As per CBC news, 17 June 2005, another hack into a sensitive area at one of Canada's two major credit bureaus: A computer hacker has accessed the files of about 600 consumers at Equifax Canada, one of Canada's major credit bureaus. Most of the files are for consumers from British Columbia. Equifax Canada uses data provided by banks to compile credit records on Canadian consumers. Those records include personal information such as social insurance numbers, bank account numbers and up to six years of credit and banking history ... Equifax said all affected customers in this latest breach have been contacted. The RCMP is investigating. http://www.cbc.ca/story/business/national/2005/06/17/equifax-050617.html R.S. (Bob) Heuman, Toronto, ON, Canada, Indep. Computer Security Consulting Web Site Auditing for Compliance with Standards email@example.com
With the number of cell phones in the world is reportedly about 1/4 of the world's population, the next step seems to be incorporating all of your credit and debit cards into a single wireless multipurpose mobile device. In Japan, DoCoMo already has 3 million cell-phone subscribers using its Mobile Wallet. The next step seems to be the incorporation of checkbooks, Quicken, PayPal, CheckFree, etc. [Source: Bruce Meyerson, Associated Press, 17 Jun 2005; PGN-ed] http://finance.lycos.com/home/news/story.asp?story=49940191 Risks??? What risks?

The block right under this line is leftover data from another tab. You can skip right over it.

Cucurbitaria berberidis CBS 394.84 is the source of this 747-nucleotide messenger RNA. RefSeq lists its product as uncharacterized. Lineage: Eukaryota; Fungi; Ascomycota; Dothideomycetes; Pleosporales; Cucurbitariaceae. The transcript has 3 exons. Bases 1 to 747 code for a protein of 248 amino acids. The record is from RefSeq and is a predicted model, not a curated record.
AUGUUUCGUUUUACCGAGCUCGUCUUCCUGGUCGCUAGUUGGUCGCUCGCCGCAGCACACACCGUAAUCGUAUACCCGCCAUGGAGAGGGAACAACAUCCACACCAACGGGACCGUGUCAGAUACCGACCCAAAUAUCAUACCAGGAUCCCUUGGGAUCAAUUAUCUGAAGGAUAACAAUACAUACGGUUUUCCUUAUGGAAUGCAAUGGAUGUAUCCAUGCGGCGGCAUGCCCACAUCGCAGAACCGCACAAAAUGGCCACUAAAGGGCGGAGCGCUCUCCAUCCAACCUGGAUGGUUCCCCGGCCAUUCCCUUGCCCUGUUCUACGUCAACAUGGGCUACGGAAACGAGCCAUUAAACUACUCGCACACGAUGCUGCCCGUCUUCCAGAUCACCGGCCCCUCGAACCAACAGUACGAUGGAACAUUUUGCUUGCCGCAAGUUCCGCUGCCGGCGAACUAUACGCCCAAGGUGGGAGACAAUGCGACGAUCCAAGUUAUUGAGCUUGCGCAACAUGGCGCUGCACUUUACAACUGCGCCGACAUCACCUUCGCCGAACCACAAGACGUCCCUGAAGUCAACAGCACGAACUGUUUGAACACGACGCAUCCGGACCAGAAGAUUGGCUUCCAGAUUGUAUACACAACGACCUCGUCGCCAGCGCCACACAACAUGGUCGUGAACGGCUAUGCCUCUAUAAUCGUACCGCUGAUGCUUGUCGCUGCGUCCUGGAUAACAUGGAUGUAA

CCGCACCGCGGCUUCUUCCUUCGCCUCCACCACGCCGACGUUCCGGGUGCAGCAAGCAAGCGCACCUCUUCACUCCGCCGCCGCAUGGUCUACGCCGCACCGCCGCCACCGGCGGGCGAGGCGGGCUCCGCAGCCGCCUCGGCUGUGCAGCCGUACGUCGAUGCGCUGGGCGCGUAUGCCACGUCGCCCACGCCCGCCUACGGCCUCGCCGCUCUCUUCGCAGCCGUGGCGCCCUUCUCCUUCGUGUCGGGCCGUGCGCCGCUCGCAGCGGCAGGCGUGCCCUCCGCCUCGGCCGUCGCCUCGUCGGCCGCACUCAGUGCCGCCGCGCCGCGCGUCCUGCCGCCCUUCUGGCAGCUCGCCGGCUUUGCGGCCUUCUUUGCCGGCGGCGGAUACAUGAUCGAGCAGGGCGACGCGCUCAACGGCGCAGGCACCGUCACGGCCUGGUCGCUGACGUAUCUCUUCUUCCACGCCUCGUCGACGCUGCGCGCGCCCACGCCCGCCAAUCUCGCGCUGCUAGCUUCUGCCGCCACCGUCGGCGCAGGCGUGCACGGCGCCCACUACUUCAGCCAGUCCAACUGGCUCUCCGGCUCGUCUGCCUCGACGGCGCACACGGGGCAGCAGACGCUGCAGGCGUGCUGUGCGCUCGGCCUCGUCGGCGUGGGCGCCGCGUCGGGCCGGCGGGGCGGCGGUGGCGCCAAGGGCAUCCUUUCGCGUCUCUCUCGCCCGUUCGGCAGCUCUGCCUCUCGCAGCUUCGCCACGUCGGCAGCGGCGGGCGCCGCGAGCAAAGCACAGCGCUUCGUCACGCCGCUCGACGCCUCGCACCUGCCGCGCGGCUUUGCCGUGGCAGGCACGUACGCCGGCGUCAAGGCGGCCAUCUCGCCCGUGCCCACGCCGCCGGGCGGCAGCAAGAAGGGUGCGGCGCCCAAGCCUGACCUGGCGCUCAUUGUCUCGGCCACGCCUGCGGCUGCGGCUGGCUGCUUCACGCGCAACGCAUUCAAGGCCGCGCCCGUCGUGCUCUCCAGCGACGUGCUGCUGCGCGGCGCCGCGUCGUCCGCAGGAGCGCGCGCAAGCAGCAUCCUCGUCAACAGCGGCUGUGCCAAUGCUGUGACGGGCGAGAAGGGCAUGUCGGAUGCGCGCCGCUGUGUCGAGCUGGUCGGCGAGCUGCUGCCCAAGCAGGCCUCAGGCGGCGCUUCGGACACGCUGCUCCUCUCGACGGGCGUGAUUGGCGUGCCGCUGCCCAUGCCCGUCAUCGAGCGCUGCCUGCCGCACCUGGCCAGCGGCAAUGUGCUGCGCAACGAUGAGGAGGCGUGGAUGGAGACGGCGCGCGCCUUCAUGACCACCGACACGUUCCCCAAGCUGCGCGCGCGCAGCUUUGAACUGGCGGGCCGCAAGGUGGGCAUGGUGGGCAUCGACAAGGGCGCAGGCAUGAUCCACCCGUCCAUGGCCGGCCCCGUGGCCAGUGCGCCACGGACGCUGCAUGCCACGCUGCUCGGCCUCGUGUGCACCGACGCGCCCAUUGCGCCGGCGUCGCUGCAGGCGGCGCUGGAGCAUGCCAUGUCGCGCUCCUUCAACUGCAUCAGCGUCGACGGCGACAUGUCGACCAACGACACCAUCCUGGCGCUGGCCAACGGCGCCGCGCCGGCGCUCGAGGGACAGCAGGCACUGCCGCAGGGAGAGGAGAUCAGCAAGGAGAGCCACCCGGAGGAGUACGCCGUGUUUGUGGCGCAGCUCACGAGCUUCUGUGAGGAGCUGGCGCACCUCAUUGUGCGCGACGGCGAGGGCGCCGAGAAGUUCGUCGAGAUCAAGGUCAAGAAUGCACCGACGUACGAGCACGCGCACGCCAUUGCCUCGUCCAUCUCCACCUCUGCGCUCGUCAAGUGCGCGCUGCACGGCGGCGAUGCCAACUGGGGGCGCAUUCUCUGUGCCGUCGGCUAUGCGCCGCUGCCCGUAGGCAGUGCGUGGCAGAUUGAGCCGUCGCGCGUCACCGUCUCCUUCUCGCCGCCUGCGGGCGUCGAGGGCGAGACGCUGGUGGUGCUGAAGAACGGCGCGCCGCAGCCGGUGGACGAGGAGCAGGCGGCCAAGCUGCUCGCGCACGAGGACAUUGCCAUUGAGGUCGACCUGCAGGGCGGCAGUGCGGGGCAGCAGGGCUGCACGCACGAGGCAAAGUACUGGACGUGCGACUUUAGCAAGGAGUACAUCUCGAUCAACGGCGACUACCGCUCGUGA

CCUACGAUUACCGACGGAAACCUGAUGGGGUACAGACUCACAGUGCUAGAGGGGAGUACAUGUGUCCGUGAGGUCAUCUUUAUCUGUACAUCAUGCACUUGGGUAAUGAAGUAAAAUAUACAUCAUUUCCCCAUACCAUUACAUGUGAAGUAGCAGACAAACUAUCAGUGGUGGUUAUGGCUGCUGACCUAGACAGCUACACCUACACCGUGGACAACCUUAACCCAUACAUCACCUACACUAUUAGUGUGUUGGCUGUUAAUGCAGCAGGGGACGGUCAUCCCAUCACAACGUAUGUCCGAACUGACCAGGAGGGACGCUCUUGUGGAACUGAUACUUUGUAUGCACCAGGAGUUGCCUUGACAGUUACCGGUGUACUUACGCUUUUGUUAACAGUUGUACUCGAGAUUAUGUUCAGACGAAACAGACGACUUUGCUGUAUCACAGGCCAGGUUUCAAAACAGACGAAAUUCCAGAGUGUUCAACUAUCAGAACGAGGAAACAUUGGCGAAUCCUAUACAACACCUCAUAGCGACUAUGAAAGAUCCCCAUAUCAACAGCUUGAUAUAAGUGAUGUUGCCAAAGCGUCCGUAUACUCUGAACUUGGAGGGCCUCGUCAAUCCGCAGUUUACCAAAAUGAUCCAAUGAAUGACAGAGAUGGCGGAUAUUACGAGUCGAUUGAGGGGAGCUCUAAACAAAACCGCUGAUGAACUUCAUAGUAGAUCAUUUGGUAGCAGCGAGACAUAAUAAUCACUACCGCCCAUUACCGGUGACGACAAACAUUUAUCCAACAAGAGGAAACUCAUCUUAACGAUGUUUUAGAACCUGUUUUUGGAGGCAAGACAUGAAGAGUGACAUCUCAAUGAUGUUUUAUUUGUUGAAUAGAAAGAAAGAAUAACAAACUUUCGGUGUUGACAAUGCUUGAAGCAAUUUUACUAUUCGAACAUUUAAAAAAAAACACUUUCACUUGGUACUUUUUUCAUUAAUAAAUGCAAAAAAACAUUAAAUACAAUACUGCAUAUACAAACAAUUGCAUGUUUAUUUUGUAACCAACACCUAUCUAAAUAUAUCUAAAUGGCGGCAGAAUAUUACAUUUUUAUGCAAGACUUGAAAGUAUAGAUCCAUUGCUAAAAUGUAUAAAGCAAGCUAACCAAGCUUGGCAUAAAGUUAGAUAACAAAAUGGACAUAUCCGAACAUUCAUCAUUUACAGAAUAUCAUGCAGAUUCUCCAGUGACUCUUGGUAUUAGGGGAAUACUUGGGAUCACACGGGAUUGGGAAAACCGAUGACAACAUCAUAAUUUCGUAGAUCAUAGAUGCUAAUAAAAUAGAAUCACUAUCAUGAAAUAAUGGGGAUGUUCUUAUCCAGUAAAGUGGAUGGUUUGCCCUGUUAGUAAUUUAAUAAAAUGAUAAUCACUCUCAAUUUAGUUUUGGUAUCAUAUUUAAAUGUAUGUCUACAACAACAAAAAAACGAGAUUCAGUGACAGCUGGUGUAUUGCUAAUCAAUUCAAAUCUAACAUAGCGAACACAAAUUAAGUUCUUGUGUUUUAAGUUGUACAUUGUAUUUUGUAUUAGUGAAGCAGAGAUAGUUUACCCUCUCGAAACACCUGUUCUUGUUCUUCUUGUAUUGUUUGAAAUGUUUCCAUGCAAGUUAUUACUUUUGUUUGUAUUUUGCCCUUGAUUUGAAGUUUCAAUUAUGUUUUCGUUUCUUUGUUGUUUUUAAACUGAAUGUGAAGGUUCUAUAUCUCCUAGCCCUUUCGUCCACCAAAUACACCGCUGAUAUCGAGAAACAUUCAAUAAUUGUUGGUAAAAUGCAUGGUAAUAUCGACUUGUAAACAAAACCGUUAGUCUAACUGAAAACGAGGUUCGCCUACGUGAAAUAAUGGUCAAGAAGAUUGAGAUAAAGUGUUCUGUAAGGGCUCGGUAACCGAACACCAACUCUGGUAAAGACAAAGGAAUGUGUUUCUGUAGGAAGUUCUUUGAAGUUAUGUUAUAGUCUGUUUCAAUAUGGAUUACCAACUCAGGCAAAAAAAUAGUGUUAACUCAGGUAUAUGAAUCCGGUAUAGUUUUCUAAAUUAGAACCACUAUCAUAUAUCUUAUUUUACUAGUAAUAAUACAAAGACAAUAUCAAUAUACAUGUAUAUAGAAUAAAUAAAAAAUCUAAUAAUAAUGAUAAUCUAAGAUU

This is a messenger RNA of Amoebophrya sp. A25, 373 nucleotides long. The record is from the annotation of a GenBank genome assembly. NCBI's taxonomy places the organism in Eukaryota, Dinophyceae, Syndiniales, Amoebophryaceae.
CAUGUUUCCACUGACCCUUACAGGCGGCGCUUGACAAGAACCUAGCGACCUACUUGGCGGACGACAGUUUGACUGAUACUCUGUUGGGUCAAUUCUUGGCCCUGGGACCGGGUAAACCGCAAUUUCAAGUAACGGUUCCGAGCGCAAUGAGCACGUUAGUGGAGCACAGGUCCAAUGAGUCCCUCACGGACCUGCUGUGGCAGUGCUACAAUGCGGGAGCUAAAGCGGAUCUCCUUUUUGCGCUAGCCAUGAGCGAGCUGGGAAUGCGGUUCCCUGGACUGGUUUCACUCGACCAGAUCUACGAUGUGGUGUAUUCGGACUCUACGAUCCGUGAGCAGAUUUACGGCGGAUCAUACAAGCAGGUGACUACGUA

I am a GPS tracking consultant - and I usually use GPRS, which is a packet switched data service built on top of GSM. Unlike AMPS and CDMA, the personality of each mobile device is stored in a Smart Card called a SIM card. This stores the local encryption key as well as a serial number that points to your phone number. It also stores information on the preferred GSM network to connect to and your phonebook. If you want to swap phones you just swap SIM cards. This makes upgrading phones really easy, and also makes it easy to rent a phone in another country if your phone does not work in that country because it operates on a different frequency. One of my clients was issued 80 SIM cards for a project I was doing for them. The carrier supplied the SIM cards as well as printed documentation listing the serial number for each card. This serial number is the reference that translates into a phone number and a billing identifier. This customer also arranged to have their own VPN set up so that their data traffic would not pass over the internet but over a private link between the carrier and customer. The way this is done is by assigning a different APN or Access Point Name. This APN was specific to this customer, and no-one else had access to it. When I was testing the equipment with the SIM cards and the custom APN, the SIM cards would not work. So I tried it in my GPRS phone - and strangely it worked using the standard APN. This did not surprise me as the carrier was notorious for not correctly configuring the APN. My customer then sent the list of SIM cards to the carrier for them to fix, attaching the custom APN. This was the same list the carrier had provided to them, but thanks to business processes it was easiest for my client to e-mail the carrier the list back. The changed the APN on all 80 cards to the custom APN, removing GPRS access through the default APN to all cards. 24 hours later I tried the equipment again, and it still did not work. So I rang my client, and for a joke I told him the serial number of the SIM card, and asked him if it was on his list. I was rather surprised when he could find no reference of it. Comparing his list of serial numbers to my list of serial numbers, we worked out that only 3 out of 80 of the SIM cards were on his list. So my client then contacted the carrier. After some discussions, the carrier then transferred the 77 SIM cards to my client, and presumably restored the correct APN to the other 77 SIM cards being used by other clients returning GPRS functionality. What had happened is that the carrier did not provide the correct SIM Serial Numbers to my client in the first place. My client assumed that this list was correct. I did not care what the serial numbers were, but I recorded them on each piece of equipment anyway, copying the number from the cards themselves, rather than copying from his list. Then my client, assuming his list was accurate e-mailed the carrier, and the carrier assumed that this list was correct. And then changed the SIM cards to 'Fix Them', breaking many other services at the same time. Management in the carrier took some time to be convinced that they had not issued the correct serial numbers to the client - even wanting to speak to me directly to verify that I physically had these SIM cards in my possession. Right now my clients GPRS devices seem to be working, but I have no idea about the 77 SIM cards being used by other clients. This is likely to be a huge billing nightmare too. Thankfully we only used a few cents worth of GPRS bandwidth on cards that did not (at the time) belong to my client. The risk? Don't rely on information that a supplier gives you. Do not rely on information a customer gives you without cross checking it. Do not rely on mobile devices for critical purposes if there is any chance that someone could re-configure your mobile device. Darryl Smith, VK2TDS, POBox 169 Ingleburn NSW 2565 Australia +61 4 12 929 634 www.radio-active.net.au/blog/ www.radio-active.net.au/web/tracking/